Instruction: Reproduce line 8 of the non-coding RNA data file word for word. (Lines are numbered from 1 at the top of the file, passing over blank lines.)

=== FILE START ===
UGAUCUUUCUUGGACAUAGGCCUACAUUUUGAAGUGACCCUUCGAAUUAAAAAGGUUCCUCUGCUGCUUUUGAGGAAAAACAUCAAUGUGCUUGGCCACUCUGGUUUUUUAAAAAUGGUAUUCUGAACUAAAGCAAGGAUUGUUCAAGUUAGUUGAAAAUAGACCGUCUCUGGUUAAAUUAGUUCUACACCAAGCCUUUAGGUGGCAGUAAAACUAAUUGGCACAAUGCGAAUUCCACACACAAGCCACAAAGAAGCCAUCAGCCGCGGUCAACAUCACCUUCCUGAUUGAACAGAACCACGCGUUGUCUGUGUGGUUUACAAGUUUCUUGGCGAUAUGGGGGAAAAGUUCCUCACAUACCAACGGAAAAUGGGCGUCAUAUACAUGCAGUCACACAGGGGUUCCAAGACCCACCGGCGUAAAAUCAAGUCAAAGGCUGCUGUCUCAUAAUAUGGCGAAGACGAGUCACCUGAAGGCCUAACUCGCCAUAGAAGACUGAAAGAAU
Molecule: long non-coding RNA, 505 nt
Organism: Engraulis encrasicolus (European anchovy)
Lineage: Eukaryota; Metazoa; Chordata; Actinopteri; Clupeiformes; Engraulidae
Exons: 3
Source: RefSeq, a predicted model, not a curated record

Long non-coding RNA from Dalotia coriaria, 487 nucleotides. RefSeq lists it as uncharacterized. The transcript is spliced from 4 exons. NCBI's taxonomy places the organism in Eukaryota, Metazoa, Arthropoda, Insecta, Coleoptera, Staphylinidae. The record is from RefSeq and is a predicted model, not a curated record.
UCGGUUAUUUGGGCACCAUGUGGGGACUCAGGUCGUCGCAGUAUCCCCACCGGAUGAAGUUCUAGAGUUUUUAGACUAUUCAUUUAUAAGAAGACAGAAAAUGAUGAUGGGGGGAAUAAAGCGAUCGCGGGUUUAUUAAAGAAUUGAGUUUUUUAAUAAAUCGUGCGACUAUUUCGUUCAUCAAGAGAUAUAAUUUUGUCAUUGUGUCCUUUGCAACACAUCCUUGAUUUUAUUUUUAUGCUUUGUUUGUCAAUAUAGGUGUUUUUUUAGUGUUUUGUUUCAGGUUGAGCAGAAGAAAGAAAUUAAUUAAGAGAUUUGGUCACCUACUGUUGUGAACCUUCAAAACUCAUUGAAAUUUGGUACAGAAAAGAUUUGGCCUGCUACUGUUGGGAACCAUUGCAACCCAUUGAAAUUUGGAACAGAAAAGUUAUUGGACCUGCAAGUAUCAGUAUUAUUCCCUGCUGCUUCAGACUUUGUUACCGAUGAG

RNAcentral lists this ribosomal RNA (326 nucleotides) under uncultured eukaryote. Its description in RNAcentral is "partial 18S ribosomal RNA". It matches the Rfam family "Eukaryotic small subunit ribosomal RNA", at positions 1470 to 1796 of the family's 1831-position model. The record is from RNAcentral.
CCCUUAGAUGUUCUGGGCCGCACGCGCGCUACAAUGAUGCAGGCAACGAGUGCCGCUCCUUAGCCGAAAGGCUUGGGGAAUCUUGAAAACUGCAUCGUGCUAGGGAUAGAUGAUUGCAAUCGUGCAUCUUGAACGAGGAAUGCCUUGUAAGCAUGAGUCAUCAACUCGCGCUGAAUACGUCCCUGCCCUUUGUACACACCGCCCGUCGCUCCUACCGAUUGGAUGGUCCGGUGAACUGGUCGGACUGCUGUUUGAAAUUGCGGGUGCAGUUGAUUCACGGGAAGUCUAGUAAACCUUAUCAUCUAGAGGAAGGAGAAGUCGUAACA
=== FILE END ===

UCGGUUAUUUGGGCACCAUGUGGGGACUCAGGUCGUCGCAGUAUCCCCACCGGAUGAAGUUCUAGAGUUUUUAGACUAUUCAUUUAUAAGAAGACAGAAAAUGAUGAUGGGGGGAAUAAAGCGAUCGCGGGUUUAUUAAAGAAUUGAGUUUUUUAAUAAAUCGUGCGACUAUUUCGUUCAUCAAGAGAUAUAAUUUUGUCAUUGUGUCCUUUGCAACACAUCCUUGAUUUUAUUUUUAUGCUUUGUUUGUCAAUAUAGGUGUUUUUUUAGUGUUUUGUUUCAGGUUGAGCAGAAGAAAGAAAUUAAUUAAGAGAUUUGGUCACCUACUGUUGUGAACCUUCAAAACUCAUUGAAAUUUGGUACAGAAAAGAUUUGGCCUGCUACUGUUGGGAACCAUUGCAACCCAUUGAAAUUUGGAACAGAAAAGUUAUUGGACCUGCAAGUAUCAGUAUUAUUCCCUGCUGCUUCAGACUUUGUUACCGAUGAG